How the presence of an official Dog the Bounty Hunter merchandise store within 3.5 miles of my home has escaped my knowledge until now, I'm not sure. I've always had an affinity for the show, which is unexplainable by any stretch of the trashy imagination. But, man, do I fucking love this show. Maybe it's the fact that Duane "Dog" Chapman hails from the beautiful city of, uh, Commerce City (and often tapes the show in Denver and Colorado Springs). Or it could be Dog's penchant for using both mysticism and a Christian prayer -- I, too, am a witchy Catholic -- before each bounty hunt that keeps me coming back for more episodes. Whatever it is, I'm hooked.
Even my mother, a woman who hates reality TV, loves Dog. I can remember a time when I came home from work and she almost fell off the couch in excitement trying to tell me that Baby Lyssa was pregnant again. And for the record, Baby Lyssa doesn't stop bounty hunting for anything -- even pregnancy. She's a bail bondswoman first and foremost. Not to mention a badass.
Now that I have to go all the way to my mother's to watch Dog the Bounty Hunter (my commune doesn't have or believe in the luxury of cable), I find myself inexplicably consumed by marathons of the show when I do. It's like when you accidentally fall into a full 24 hours of Law & Order: Your whole day is lost. But I can't resist watching Dog, Beth, Leland, Duane Lee, Youngblood and Baby Lyssa bust ice-heads who no-show on their court dates.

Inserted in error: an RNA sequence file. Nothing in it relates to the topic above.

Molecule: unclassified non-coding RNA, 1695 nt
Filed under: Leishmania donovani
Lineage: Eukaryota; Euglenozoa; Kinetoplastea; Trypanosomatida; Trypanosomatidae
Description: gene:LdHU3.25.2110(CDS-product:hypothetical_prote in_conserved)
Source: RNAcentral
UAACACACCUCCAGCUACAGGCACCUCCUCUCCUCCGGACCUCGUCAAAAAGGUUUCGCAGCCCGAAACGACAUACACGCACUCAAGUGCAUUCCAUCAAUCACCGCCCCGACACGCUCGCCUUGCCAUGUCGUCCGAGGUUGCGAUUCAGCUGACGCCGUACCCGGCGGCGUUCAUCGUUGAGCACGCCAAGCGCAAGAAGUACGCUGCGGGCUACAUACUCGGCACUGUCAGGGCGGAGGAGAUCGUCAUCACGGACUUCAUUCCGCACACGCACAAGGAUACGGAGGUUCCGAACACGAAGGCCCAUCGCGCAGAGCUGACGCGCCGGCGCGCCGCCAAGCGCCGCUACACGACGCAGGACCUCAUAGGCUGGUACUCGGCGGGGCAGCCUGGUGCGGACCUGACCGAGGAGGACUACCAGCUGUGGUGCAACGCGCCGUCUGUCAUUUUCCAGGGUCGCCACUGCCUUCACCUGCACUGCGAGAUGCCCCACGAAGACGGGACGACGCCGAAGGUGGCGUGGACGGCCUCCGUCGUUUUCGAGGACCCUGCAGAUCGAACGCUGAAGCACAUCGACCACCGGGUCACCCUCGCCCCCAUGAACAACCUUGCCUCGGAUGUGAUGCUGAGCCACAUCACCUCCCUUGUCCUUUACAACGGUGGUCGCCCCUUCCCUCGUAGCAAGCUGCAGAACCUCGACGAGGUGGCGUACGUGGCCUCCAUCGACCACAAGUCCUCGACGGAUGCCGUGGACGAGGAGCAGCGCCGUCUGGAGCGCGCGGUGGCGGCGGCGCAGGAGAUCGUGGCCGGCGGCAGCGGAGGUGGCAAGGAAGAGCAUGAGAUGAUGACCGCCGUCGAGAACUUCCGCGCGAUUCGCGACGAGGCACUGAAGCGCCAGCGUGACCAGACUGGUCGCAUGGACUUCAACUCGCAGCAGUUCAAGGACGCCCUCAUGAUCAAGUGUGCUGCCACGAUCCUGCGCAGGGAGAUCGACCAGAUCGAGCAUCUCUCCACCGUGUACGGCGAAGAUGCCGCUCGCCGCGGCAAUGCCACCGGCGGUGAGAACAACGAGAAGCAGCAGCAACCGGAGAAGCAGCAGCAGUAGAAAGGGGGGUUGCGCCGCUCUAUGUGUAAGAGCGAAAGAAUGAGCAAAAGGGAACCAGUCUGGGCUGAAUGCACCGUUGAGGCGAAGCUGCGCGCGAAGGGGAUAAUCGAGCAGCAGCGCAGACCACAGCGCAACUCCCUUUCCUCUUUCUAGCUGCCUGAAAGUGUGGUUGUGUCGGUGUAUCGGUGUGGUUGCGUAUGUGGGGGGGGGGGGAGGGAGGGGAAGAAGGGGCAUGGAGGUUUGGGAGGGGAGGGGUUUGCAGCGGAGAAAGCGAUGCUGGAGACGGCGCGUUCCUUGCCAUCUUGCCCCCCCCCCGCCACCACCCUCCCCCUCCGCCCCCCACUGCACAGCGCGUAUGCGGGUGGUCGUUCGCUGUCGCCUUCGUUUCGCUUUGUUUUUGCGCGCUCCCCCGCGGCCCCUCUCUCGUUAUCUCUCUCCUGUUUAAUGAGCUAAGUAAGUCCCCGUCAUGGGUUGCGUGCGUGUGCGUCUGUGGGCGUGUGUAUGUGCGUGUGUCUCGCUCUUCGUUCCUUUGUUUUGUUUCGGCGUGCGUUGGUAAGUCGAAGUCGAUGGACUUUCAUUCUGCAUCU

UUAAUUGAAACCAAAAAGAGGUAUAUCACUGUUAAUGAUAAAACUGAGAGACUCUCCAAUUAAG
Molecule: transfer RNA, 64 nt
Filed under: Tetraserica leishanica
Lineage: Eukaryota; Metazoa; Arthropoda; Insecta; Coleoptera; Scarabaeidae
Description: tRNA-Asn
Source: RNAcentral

There is rarely anything on television that is necessary to human life -- especially under the low-budget, low-brow intelligence of reality television. But there is something about Dog's desire to do right with an unadulterated gumption that keeps me watching. That, and he's been wearing hair/earring feathers since long before it was popular for teenagers to buy clip-on peacock feathers (read: probably dyed chicken feathers).
So, naturally, as soon as I saw the ad for the Dog the Bounty Hunter store, at 2547 Sheridan Boulevard in Edgewater, I zoomed up there. Unfortunately, I arrived outside of business hours, so I could only peek in the window. But I took that as a good sign. You know how when you build something up in your mind as being awesome (like the Ice Capades, your first Krispy Kreme doughnut or your Match.com profile) and you finally experience that thing -- and it's nothing like you thought it would be? I felt like this trip could have ended that way. So now I still have my dreams.
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I've always said that guilty pleasures are non-existent in the real world; you like what you like. The only reason admiring a certain facet of popular culture comes with guilt is if we choose to subscribe to others' definitions of "cool." And the people who make the "cool" rules are usually boring and also lying about the things they like, anyway. I just like Dog the Bounty Hunter, no guilt about it.
So I'll probably go back to the store later this week and buy that oversized pink Dog the Bounty Hunter sweatshirt I saw through the tinted glass. And then I'll wear it to somewhere deemed "cool," hoping that my dream man will walk up to me and whisper "You're hotter than an M-80 on the Fourth of July" (that's a Dogism) in my ear, and we'll live happily ever after. Just like Dog and Beth.